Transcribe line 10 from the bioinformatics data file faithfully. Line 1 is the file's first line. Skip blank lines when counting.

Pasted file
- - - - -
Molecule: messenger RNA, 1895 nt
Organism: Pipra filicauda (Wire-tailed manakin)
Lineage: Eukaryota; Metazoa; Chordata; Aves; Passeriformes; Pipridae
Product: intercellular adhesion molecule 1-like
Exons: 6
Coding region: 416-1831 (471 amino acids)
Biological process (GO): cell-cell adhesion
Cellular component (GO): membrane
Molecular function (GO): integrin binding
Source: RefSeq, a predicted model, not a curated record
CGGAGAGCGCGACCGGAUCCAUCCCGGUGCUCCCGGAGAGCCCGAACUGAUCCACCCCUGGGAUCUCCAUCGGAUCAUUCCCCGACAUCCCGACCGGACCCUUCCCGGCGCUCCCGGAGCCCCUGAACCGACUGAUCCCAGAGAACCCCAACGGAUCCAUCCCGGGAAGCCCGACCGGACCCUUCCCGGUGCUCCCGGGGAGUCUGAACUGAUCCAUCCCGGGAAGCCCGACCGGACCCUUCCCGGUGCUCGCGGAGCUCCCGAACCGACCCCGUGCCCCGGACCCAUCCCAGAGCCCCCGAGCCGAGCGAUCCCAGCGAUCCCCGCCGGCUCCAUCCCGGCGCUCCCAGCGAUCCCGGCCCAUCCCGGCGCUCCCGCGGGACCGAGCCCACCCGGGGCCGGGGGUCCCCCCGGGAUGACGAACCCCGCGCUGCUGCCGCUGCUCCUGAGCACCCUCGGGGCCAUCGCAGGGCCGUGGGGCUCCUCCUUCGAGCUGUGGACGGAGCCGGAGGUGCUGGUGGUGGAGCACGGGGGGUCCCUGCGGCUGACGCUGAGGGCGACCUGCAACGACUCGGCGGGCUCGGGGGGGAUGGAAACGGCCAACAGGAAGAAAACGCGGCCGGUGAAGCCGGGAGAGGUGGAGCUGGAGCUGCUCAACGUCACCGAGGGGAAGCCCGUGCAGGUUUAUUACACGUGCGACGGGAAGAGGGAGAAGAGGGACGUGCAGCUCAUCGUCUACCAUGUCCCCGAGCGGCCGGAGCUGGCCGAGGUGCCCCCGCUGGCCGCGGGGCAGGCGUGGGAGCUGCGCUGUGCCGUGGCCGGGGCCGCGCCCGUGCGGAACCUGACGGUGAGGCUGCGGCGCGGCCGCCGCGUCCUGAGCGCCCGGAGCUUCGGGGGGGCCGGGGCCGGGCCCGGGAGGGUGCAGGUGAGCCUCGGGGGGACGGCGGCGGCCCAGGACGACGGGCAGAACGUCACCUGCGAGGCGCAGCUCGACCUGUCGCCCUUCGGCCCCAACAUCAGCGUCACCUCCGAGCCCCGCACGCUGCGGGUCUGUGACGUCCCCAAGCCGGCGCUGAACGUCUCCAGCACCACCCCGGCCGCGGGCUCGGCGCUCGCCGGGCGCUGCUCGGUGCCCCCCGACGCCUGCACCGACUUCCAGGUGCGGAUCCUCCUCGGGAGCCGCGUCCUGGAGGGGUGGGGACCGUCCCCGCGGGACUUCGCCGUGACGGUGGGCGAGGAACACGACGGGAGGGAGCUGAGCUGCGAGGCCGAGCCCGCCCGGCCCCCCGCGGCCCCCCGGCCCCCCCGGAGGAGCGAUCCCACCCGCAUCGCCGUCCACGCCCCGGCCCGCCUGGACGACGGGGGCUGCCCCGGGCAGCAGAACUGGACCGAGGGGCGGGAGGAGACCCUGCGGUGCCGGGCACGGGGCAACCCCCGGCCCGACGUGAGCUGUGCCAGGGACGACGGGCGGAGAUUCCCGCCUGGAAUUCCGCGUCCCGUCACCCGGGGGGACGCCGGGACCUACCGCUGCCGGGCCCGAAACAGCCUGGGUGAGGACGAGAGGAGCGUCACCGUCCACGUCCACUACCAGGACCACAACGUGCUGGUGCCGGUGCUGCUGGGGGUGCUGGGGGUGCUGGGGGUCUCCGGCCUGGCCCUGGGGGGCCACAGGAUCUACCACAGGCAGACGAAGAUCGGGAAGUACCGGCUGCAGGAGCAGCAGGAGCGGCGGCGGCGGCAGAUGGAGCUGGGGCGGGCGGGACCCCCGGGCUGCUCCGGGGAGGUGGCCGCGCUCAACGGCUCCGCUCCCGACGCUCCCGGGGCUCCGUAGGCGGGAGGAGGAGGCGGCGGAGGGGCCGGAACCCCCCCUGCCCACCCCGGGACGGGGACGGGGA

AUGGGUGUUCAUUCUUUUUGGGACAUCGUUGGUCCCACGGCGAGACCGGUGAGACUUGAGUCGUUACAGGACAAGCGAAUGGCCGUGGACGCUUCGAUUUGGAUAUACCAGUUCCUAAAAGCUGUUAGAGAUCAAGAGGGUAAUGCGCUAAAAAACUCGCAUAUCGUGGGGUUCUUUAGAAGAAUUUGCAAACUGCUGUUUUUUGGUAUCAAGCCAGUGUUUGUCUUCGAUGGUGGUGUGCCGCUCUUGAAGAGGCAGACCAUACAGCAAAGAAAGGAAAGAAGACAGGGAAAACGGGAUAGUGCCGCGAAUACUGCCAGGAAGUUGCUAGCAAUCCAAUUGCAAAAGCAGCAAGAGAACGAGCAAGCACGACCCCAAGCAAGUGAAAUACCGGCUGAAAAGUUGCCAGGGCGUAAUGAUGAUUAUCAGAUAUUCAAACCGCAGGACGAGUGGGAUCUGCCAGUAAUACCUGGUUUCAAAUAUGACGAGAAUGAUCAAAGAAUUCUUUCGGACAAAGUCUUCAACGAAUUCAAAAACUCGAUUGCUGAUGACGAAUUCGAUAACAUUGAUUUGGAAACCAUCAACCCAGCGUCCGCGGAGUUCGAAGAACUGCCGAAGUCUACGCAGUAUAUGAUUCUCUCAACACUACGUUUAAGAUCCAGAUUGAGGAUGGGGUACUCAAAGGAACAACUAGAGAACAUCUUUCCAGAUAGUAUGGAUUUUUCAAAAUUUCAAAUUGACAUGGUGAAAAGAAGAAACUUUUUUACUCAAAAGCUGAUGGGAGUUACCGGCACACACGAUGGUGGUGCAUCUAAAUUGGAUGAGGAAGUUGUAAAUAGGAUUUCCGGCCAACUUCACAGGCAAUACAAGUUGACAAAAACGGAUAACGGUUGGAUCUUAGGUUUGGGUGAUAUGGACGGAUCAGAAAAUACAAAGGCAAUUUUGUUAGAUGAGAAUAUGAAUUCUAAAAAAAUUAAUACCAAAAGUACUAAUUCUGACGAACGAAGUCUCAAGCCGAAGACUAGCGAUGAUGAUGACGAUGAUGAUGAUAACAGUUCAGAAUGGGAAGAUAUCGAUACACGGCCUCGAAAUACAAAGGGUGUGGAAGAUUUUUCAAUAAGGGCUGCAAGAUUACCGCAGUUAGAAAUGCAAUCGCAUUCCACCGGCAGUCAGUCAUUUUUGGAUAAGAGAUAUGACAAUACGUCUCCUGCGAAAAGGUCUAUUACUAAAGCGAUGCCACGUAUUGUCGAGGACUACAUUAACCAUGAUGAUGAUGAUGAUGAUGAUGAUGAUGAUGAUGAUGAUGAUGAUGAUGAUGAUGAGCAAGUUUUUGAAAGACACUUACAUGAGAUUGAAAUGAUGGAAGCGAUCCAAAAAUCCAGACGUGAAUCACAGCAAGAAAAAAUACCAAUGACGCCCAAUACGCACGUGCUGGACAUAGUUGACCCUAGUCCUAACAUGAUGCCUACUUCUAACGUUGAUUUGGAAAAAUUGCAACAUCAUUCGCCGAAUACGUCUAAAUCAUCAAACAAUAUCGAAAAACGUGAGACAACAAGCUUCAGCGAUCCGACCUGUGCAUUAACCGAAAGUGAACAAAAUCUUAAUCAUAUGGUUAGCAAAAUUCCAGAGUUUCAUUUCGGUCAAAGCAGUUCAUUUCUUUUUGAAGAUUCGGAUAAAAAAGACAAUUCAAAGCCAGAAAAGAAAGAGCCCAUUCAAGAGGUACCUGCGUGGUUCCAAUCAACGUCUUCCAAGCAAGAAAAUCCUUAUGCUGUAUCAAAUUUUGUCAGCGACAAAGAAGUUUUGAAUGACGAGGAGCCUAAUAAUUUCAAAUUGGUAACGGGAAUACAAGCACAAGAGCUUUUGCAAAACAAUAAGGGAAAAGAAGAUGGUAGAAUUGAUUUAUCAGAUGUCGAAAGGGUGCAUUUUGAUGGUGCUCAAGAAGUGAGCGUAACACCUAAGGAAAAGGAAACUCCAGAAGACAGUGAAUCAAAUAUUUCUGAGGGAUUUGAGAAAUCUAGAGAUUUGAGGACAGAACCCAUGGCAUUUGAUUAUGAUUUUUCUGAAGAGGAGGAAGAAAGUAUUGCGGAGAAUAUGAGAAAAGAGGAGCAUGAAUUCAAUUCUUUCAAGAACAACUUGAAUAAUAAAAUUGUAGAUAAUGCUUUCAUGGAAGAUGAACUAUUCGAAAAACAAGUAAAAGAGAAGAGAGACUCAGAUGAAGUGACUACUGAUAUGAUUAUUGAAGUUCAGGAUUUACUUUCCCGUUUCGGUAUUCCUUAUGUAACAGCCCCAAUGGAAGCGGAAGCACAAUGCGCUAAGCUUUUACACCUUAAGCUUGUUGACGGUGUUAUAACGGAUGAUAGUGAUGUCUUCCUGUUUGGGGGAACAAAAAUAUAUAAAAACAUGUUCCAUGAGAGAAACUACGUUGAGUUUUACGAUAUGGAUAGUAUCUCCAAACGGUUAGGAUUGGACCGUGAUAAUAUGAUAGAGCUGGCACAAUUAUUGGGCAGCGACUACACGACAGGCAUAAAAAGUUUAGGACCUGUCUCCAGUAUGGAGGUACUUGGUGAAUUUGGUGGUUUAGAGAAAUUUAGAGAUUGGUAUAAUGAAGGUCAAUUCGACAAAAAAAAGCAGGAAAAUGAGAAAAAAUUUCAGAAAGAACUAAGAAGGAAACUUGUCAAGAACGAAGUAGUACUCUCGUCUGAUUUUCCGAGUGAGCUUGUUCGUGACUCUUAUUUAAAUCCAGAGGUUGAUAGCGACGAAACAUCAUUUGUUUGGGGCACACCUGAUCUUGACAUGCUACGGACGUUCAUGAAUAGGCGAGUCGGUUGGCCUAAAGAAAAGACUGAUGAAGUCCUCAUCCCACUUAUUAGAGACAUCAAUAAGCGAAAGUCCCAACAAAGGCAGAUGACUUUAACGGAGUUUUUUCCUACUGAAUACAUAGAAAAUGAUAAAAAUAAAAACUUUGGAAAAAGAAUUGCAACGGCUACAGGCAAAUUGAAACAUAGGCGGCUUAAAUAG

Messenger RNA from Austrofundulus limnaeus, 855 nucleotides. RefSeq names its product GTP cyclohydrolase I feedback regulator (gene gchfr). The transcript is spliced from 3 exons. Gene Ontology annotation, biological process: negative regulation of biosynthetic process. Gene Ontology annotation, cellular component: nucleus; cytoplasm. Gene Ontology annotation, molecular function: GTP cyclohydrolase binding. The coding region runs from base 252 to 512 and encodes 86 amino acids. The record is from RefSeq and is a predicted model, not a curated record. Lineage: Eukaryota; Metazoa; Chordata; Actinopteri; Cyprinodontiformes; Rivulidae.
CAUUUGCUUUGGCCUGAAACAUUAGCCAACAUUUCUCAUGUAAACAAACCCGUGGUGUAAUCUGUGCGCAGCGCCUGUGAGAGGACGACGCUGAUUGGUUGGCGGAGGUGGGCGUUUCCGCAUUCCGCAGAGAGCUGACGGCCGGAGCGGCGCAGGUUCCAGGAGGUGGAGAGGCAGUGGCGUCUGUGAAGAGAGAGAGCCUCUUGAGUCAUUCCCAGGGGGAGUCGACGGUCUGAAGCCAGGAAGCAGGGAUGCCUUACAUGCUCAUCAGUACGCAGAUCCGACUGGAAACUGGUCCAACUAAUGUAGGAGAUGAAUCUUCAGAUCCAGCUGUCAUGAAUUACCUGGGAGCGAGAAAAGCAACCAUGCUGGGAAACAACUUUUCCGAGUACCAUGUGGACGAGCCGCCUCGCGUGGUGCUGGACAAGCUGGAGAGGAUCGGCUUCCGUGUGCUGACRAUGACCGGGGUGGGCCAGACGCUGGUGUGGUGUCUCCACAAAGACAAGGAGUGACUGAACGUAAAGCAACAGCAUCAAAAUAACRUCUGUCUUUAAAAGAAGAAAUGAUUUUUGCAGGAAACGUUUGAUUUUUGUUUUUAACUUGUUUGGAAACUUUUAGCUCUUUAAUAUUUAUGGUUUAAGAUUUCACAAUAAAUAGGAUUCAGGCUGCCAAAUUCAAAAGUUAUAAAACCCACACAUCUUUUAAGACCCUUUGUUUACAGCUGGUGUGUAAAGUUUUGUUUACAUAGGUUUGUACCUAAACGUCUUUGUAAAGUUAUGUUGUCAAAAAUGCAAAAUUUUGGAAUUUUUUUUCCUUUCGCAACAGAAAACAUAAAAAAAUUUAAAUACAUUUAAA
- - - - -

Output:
Source: RefSeq, a predicted model, not a curated record